Majority Want Deportation Sped Up for Central American Kids, Even Those Eligible for Asylum
Border Patrol's Nogales Placement Center.
A poll shows a majority of Americans want deportation proceedings sped up for the wave of Central American children showing up at the nation's border, including the deportation of kids who are eligible for asylum.
That poll was released today by the Pew Research Center, which showed that 53 percent of the people surveyed found it okay to deport kids faster, regardless of whether they have legitimate asylum claims.
-Barack Obama Deporter in Chief Wants to Speed Up Deportation of Immigrant Kids
-ACLU Sues to Get Legal Representation for Migrant Children
As you can see in the graphic below, the Republicans said 2-to-1 that the nation's immigration policy should be neglected in favor of speeding up deportation. Even an easy majority of independents and half of Democrats agreed.
The poll, which involved surveys of more than 1,800 adults, found that fewer than 40 percent of people thought the country should stick with its current immigration policy.
The law at hand, which was signed in 2008, requires that an unaccompanied child not from Canada or Mexico who arrives in this country "be promptly placed in the least restrictive setting that is in the best interest of the child' while awaiting immigration proceedings.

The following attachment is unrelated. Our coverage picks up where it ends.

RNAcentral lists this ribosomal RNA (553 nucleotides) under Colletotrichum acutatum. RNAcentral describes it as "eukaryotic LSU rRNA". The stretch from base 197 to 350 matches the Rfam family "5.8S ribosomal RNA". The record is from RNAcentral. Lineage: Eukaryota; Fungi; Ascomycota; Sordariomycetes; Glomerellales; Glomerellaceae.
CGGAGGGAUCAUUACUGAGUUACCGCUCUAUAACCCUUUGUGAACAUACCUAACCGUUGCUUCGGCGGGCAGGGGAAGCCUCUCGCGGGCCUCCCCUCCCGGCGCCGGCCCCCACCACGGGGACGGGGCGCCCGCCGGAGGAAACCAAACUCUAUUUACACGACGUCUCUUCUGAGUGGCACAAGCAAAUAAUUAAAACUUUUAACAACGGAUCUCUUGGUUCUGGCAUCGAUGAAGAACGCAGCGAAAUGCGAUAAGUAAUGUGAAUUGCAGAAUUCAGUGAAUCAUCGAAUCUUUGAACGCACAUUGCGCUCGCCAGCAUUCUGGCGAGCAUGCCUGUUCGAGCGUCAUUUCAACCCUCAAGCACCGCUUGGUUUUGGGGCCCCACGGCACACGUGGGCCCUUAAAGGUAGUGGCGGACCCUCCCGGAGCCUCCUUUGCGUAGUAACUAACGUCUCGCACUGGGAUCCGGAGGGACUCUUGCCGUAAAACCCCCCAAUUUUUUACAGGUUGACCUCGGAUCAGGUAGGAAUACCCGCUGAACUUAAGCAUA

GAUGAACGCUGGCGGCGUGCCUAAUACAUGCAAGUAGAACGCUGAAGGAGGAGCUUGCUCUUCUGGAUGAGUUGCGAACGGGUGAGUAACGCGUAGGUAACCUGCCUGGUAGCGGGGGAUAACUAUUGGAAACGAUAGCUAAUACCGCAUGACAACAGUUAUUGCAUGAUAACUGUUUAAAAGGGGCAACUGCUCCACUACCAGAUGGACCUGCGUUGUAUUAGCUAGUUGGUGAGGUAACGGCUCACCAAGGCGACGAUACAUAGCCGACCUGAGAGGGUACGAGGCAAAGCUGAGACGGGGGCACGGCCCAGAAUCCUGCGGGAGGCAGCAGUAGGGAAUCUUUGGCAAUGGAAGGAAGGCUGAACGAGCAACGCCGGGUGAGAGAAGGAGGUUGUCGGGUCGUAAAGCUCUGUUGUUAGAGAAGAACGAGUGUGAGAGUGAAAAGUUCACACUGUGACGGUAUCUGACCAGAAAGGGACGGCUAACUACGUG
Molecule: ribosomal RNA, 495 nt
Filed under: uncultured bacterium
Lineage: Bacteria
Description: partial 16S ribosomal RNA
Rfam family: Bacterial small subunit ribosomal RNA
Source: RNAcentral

This law has led to protests, including local right-wingers attempting to stop a bus of children housed in compliance with this law, which further states that these children can be placed with family members. And that a "secure facility" should be avoided for the most part.
Contrary to what the majority of people said in this poll, organizations like the ACLU are fighting to get more of a shot in immigration proceedings for these children, and have filed a lawsuit claiming inadequate legal protection for the kids.
Several of the children the ACLU and other organizations are representing have legitimate asylum claims, according to the lawsuit.
Pew's immigration poll also found that fewer people now support a pathway to legal status for undocumented immigrants, although a majority remain in favor of it:
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